Avoid This Potential Scam AFTER You Get Pre-approved for a Mortgage

Mortgage Trigger Leads

Mortgage Trigger Leads

There is a lesser known trend among credit bureaus and desperate mortgage lenders. Once a person has applied for a mortgage the credit bureau has a legal right to sell the name, phone number and address of the applicant to other lenders. This is called a “trigger lead” in the mortgage industry and it can be costly to many people.

Typical Scenario

When a person or a married couple applies for a mortgage loan the lender will request a credit report. This is perfectly normal. However, other mortgage brokers will contact the credit bureaus and ask to purchase the names of people that applied for a home loan within the last 30 days. These mortgage brokers then begin to bombard the new applicants with phone calls and letters claiming that they represent a particular credit bureau and have found them a great home loan with lower fees or a better APR.

It is at this point that many people fall prey to the pitch and agree to a second, or third, or even fourth application with multiple mortgage lenders. Each new application results in a new credit inquiry which drops the applicant’s score. Now, the applicant has two problems: they don’t qualify for the “better, improved” loan offered by the desperate mortgage brokers that called them AND they may not be qualified for the original pre-approval from their trusted mortgage lender.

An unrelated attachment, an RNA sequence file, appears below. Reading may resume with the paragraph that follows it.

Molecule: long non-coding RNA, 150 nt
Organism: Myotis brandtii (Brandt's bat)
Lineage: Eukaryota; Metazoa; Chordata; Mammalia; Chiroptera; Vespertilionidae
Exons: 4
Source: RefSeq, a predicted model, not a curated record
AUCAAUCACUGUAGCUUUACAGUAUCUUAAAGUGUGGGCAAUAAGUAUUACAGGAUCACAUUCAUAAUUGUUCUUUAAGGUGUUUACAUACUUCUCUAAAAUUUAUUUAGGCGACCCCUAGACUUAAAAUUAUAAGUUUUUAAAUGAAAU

Unfortunate Legal Aspect

As mentioned earlier, when the credit bureau sells personal information to mortgage lenders there is nothing illegal about the process. Credit bureaus also sell client information to credit card agencies and automobile lenders, but that is a topic for another discussion. In order to protect yourself from falling victim to lenders chasing “trigger leads” follow these simple steps:

  • Only discuss your mortgage loan with the first lender that offered you a pre-approval for a loan. If the lender has processors make sure your loan officer introduces you to the processor either in person, by phone or by email.
  • Register with the “National Do No Call Registry.” You can visit the government sponsored website https://www.donotcall.gov/ and choose the phone numbers you wish to register, including your cell number. In order for this to be most effective, register your numbers first then wait 31 days before applying for a mortgage loan. It takes that long for the registration to take effect. Also, if you have previously registered but it has been over 5 years then you need to register again.
  • Register with OptOutPrescreen. This is a consumer advocate site that gives people the opportunity to have their name removed from any trigger lead list. The credit bureaus that participate are Experian, TransUnion, Innovis and Equifax. When you register your personal information will not be sold for 5 five years.

While you’re at it, why not opt out of receiving the yellow pages too: